It sounded promising so I thought I would give it a go. I sat back in the theater and spent the next 128 minutes of my life being shown special effect after special effect, with very little character development or explanation of an overly complicated story to go by. Apparently, the events of Mortal Engines take place hundreds of years after civilization was destroyed by a cataclysmic event, called the Sixty Minute War, and the remnants of humanity regroup and form mobile “predator” cities. One of the greatest of these “predator” cities is the city of London. It is where Tom Natsworthy (Robert Sheehan), a low-class apprentice historian of London lives and Tom has always wanted to be pilot but never afforded the opportunity because of his class status.

Meanwhile, Katherine Valentine (Leila George), daughter of Thaddeus Valentine (Hugo Weaving) who is head of the Guild of Historians and one of London’s elite. She befriends Tom and he shows her his collection of “old tech” that could be used to create powerful weapon that has the capability to destroy cities at an instant. Coincidently, (or not) Thaddeus Valentine is also plotting a mysterious energy project in the re-purposed St Paul’s Cathedral (the landmark that is atop the traction city of London). When a woman named Hester Shaw comes aboard the city of London captures a small mining town called Salzhaken, absorbing its population and resources, under orders of Lord Mayor Magnus Crome (Patrick Malahide). Shaw is revealed to be the daughter of Pandora Shaw, one of Thaddeus Valentine’s arch enemies whom he killed several years back when Hester was just a little girl. Hester tries to kill Thaddeus but Tom Natsworthy stops her and the both find their way off the traction city of London.

Tom and Hester are forced to work together, become imprisoned and get locked in the cell of a small scavenger city who intends to sell them as slaves. In the meantime, Hester reveals to Tom that her mother Pandora was an archeologist who found a piece of old tech which Thaddeus wanted but Pandora would not relinquish, therefore Thaddeus killed Pandora. Hester escaped Thaddeus with only a necklace her mother gave her. Back on the traction city of London, Katherine has grown estranged from her father, learning about his diabolical plans to use a super weapon called MEDUSA that can destroy cities in an instant. Also, Tom and Hester get rescued by Anna Fang (Jihae), a pilot and leader of the Anti-Traction League, a resistance group banding against the moving cities devouring Earth’s resources. Anna Fang is a relentless warrior and also pilots an airship the Jenny Haniver. They take the airship to the airborne city Airhaven, where they meet up with other members of the Anti-Traction League. Their meeting is cut short by a robot named Shrike (Stephen Lang), who was also Hester’s guardian as a child and whom Hester abandoned leaving to avenge the death of her mother.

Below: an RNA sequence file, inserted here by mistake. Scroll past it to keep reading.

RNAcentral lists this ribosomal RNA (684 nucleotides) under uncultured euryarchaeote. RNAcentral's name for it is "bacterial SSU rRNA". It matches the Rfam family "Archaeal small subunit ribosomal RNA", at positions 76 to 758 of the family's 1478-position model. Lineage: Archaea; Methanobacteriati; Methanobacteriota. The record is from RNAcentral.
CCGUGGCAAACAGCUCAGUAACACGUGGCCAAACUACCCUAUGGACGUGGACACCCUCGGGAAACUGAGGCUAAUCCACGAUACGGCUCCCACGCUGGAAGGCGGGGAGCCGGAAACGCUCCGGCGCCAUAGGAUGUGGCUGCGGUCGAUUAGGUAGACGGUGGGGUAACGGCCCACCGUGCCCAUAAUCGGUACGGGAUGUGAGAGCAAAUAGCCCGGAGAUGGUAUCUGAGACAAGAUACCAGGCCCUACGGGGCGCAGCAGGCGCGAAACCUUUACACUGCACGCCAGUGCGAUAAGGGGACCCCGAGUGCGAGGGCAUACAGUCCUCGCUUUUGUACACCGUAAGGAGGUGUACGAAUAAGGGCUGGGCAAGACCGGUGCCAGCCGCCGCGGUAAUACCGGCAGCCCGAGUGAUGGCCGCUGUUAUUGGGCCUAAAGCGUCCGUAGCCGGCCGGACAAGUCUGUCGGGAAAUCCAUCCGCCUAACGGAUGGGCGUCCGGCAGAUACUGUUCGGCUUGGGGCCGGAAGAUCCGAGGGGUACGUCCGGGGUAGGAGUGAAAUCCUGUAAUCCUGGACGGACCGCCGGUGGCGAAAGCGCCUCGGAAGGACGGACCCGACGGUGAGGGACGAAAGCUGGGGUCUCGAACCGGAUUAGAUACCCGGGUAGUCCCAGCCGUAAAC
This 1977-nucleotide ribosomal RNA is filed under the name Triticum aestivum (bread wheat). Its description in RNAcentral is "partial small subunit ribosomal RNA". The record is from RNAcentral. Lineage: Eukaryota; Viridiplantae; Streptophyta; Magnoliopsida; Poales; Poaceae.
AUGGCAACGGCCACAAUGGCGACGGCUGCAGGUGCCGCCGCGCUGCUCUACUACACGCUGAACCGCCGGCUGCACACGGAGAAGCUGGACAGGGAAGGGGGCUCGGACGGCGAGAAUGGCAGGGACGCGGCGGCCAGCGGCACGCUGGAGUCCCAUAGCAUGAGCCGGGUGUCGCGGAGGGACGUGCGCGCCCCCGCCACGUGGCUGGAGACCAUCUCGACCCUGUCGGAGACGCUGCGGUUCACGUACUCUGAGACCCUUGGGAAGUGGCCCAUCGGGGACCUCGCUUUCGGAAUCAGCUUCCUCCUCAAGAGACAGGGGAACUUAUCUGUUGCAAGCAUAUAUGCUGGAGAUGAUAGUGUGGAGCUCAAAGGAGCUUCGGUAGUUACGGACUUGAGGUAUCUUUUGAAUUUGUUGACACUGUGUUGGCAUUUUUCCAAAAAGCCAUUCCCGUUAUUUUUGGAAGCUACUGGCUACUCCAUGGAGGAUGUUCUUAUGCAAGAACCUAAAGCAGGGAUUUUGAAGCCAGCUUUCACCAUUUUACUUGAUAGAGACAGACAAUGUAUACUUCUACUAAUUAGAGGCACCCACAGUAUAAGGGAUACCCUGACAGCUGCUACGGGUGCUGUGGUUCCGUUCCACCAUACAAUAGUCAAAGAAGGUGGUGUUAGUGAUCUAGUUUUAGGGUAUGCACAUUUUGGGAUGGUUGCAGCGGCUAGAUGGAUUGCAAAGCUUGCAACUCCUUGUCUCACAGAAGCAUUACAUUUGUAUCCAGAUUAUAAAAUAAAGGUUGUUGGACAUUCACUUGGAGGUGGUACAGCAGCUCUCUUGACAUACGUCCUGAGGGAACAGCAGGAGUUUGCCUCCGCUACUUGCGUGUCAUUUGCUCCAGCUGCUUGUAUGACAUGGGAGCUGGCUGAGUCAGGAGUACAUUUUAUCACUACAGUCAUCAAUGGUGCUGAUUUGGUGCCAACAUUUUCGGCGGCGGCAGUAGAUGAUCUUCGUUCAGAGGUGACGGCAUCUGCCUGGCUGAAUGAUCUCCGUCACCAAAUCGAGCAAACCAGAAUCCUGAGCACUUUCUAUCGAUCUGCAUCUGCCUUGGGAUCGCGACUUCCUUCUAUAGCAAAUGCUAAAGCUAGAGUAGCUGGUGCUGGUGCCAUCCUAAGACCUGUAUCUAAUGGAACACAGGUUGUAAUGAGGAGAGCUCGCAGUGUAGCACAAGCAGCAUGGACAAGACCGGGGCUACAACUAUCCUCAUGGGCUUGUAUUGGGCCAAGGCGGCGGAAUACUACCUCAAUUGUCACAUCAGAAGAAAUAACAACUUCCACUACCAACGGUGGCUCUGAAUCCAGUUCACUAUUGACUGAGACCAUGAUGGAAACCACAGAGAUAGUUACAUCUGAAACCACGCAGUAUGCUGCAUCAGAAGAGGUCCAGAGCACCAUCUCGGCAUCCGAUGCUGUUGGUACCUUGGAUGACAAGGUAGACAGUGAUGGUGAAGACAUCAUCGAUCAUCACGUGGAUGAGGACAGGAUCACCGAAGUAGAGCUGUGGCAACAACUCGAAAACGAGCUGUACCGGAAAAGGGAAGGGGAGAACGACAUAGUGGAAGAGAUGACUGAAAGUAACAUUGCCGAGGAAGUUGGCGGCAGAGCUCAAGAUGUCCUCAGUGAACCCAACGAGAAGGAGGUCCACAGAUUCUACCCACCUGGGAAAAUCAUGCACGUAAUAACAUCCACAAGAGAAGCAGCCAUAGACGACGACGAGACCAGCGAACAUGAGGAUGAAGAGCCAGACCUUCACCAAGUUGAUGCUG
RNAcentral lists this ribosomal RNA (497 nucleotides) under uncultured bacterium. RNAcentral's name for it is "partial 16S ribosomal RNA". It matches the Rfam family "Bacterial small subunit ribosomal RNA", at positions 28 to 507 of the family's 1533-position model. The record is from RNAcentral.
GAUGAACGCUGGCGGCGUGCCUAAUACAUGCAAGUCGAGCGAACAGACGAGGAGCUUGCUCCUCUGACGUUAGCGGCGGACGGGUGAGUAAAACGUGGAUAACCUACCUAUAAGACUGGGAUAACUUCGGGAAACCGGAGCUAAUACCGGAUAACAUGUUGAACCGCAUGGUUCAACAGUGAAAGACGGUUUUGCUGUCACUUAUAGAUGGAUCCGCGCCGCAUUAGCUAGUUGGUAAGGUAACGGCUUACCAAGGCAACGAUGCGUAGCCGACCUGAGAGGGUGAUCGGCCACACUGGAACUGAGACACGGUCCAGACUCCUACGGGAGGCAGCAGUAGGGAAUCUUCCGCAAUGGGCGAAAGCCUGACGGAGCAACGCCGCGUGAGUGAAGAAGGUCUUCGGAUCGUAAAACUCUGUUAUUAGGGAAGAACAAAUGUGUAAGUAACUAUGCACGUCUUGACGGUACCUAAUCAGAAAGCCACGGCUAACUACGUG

Hugo Weaving as Thaddeus Valentine

Once Shrike causes the airborne city Airhaven to come crashing down, he is taken out by the members of the Anti-Traction League, but not before he learns that Hester has fallen in love with Tom. Hester, Tom, and Anna then travel to the Shield Wall with the surviving Anti-Tractionists. They meet up with with the Shild Wall’s governor Kwan (Kee Chan) and Anna convinces him to launch the Anti-Tractionist fleet against London. At the same time, London fires the MEDUSA weapon towards the Shield Wall, destroying the Anti-Tractionist fleet and creating a giant hole through the Shield Wall.

Jihae as Anna Fang

Desperate to find something to counter the MEDUSA weapon, Tom discovers that Hester’s necklace (the one she got from her mother before she died) contained a crash drive that acts as a kill switch for the MEDUSA weapon. They made their way back to London, taking heavy losses in ships and Anti-Tractionist members. They also find Katherine Valentine willing to help them confront her father Thaddeus and try to stop the destruction of the Shield Wall.

SPOILER (highlight to read) Hester and Anna infiltrate St Paul’s cathedral in London, but Thaddeus Valentine mortally wounds Anna during a sword duel. Hester is able to disable the MEDUSA weapon with her crash drive but Thaddeus Valentine is undeterred in his ques to destroy the Shield Wall and he orders his henchmen to kill the city’s control crew and ram it into the Shield Wall. With Katherine Valentine’s help, Tom uses the airship Jenny Haniver to destroy London’s engine (similarly to what Luke does in Revenge of the Jedi by flying directly into its center and blowing it up). Valentine attempts to flee London but Hester pursues him and with fights him aboard his airship, where he reveals he is her father. Tom rescues Hester and shoots down Valentine Valentine’s ship, where it is crushed when it is run over by London’s slowing tracks. The surviving Londoners, led by Katherine Valentine, make peace with the Anti-Tractionists.

In the end of the movie it is shown that Tom and Hester travel in the Jenny Haniver to see the world. To me this is the classic happily ever after ending that just doesn’t see appropriate as an ending to this epic fight. There are also way too many similarities with the original Star Wars trilogy not to notice. They way Tom wants to be pilot reminded me of Luke Skywalker’s desire to get off Tatooine in A New Hope. The way he ultimately destroys London and the budding romance between Tom and Hester are some other examples of the influence of the Star Wars trilogy in this movie. It became almost impossible not to notice the resemblances between the movies. Unfortunately for Mortal Engines, the characters had almost none of the character development or unique interest that the characters in the Star Wars trilogy had.